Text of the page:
The effect of stem degrees on the performance and retention of junior officers in the U.S. Navy
Maugeri, William V., III
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The Navy has long operated under the Rickover hypothesis, stressing the importance of recruiting and retaining Science Technology Mathematics and Engineering (STEM) background officers to man the increasingly technologically advanced weapon systems. This thesis tests the validity of this hypothesis by analyzing the performance and retention of junior officers with STEM degrees, compared with that of junior officers with non-STEM degrees. Additionally, this thesis examines the effects of college selectivity, commissioning source and various demographics on performance and retention. While previous research on the effects of STEM degrees on junior officer performance and retention have been largely inconclusive, this thesis’s findings show that a STEM degree has positive and significant effects on retention and on promotion to O-4, and a negative effect on Fitness Report performance. Further research can be done to examine which STEM majors are most likely to succeed, and how lateral transfer opportunities impact STEM officer performance and retention.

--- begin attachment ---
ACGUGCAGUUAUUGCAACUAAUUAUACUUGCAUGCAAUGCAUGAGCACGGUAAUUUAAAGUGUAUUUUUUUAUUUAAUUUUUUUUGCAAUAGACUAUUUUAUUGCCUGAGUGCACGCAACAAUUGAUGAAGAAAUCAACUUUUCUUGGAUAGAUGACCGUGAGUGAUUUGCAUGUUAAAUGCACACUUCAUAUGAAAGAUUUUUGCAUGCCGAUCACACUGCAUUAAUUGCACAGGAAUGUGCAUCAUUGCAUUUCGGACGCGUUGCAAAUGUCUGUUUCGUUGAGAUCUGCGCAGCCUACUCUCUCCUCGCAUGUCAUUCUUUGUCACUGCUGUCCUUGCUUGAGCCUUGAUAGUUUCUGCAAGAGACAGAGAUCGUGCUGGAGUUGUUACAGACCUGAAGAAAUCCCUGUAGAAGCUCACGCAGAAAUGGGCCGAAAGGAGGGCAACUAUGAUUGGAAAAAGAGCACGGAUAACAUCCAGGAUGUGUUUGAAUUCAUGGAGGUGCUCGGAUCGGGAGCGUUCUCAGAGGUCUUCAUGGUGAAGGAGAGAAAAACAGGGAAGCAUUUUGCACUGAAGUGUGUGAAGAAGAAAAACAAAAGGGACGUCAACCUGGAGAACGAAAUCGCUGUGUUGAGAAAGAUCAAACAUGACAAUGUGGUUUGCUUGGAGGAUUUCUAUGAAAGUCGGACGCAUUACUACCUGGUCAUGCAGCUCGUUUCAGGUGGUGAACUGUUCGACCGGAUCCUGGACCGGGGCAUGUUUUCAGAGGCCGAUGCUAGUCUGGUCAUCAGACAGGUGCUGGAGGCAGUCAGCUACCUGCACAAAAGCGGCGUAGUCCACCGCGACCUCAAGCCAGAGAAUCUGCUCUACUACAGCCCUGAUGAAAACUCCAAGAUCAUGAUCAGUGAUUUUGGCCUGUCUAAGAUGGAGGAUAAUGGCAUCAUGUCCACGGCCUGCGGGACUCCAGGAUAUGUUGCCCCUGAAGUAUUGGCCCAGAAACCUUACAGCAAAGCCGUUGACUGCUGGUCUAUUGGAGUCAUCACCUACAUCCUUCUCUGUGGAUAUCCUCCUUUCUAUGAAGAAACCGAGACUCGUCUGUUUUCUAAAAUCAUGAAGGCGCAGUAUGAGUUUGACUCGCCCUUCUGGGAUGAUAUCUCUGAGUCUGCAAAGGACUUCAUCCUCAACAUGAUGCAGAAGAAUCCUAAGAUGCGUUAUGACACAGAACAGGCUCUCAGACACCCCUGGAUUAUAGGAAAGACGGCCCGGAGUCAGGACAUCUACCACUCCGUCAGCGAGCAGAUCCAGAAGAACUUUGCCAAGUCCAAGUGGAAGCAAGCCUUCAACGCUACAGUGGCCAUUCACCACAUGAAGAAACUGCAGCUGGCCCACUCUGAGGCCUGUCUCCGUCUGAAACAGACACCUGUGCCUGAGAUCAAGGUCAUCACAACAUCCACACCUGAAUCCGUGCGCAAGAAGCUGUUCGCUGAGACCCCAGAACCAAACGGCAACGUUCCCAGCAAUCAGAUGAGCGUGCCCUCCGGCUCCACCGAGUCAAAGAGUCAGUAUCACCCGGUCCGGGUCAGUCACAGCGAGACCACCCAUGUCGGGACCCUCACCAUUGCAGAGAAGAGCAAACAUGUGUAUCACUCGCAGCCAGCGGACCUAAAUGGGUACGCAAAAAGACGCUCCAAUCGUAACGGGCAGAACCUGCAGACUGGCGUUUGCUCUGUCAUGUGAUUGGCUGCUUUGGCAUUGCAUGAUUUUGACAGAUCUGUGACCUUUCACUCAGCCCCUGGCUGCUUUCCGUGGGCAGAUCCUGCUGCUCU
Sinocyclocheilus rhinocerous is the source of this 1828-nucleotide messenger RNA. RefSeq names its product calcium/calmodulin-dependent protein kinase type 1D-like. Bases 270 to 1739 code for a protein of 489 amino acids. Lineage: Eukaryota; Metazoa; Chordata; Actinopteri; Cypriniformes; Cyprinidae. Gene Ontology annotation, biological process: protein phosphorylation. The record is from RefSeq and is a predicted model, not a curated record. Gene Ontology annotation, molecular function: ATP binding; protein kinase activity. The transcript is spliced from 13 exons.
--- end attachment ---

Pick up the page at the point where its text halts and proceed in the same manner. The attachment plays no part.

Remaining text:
RightsThis publication is a work of the U.S. Government as defined in Title 17, United States Code, Section 101. Copyright protection is not available for this work in the United States.
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